Article

M. J. T. M. Stompé

(b Lohr, c. 1525).

German architect, engraver and writer. After training as an architect in his native town, Hans Blum left Lohr because two architects were already working there: Peter Volckner (fl 1539–48) and Jost Wenzel (fl 1548–70). He then moved to Zurich, where he married Ragali Kuchymeister in 1550. Their eldest son Christoffel Blum (bapt 21 Jan 1552) was named after the publisher Christoffel Froschauer (?1490–1564), who later published Hans Blum’s treatises on architecture.

Hans Blum is primarily known as the author of Quinque columnarum exacta descriptio atque delinaeatio cum symmetrica (1550), a book on the five orders of architecture. He based his work on the fourth volume of Serlio’s Regole generali di architettura (Venice, 1537), a German edition of which was published in 1542. The second source for Blum’s book was Gualtherus Rivius’s edition of Vitruvius, published in 1548 and illustrated by Peter Flettner (...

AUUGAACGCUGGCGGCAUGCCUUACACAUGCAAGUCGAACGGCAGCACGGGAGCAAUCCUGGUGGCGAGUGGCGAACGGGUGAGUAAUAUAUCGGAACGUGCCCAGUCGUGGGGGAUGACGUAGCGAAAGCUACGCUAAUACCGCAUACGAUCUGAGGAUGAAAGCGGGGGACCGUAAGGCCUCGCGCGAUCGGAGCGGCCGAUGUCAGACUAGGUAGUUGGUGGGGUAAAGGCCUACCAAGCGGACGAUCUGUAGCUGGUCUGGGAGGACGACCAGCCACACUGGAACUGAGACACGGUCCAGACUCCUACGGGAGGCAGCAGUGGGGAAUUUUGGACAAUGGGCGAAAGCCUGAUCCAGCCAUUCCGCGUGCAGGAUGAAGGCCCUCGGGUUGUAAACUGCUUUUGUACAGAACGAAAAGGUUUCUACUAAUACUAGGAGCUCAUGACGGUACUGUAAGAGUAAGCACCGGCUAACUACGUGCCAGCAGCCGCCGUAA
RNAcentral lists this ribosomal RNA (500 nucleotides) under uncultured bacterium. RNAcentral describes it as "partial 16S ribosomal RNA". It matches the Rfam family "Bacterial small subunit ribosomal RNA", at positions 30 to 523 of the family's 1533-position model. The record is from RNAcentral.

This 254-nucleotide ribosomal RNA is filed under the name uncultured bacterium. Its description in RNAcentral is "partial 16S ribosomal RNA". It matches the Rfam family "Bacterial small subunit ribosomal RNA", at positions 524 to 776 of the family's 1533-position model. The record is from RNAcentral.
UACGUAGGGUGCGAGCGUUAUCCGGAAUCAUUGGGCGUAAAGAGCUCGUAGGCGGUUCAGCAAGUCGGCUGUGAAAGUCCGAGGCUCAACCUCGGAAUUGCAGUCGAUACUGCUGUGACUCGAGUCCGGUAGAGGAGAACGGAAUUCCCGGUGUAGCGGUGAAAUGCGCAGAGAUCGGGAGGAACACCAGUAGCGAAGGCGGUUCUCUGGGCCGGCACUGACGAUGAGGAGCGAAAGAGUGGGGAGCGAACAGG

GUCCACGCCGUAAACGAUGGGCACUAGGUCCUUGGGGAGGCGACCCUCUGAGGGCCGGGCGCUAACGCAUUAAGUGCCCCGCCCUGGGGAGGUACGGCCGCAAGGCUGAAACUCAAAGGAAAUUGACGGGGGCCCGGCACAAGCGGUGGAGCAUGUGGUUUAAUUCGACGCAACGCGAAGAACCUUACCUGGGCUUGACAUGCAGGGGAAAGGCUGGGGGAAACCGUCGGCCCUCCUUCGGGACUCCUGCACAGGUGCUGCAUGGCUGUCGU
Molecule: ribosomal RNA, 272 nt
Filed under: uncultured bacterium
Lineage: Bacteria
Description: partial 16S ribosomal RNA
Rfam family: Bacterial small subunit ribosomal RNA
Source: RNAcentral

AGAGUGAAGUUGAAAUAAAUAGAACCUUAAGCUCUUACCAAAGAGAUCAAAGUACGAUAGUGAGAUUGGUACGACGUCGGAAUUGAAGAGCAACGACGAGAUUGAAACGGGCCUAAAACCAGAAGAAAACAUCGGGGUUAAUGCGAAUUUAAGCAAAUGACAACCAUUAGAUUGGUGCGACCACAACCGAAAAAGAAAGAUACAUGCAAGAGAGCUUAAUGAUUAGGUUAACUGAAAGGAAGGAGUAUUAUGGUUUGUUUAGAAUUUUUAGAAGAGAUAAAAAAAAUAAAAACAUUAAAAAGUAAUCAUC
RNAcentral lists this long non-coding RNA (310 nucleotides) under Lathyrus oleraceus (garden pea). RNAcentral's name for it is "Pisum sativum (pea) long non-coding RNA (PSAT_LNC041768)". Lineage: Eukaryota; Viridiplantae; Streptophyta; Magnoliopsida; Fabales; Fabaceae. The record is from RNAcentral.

Article

Andreas Kreul

(b Cronheim, c. 1617; d Ansbach, Feb 22, 1687).

German architect and writer. He was recorded in Strasbourg, as a student in 1641 and as teaching in 1654, and was active there and in Nuremberg and Frankfurt am Main between 1644 and 1687. In 1679 he entered the service of Johann Friedrich, Markgraf von Ansbach (reg 1672–86), for whom he designed several buildings. Details of his work as architect and fortifications engineer are unknown: the only recorded work was the gate-tower at Herried (1684–5; destr. 1750–51), a sketch of which was published in Neue Auslag in Ansbach (1686). He probably built a theatre at Ansbach in 1679, which has been identified with a summer-house that was pulled down in 1726 to be replaced by an Orangerie. However, Böckler published numerous books on architectural theory and mechanical arts, especially hydraulics, as well as handbooks on military building techniques and economics. An Ars heraldica (Nuremberg, 1687...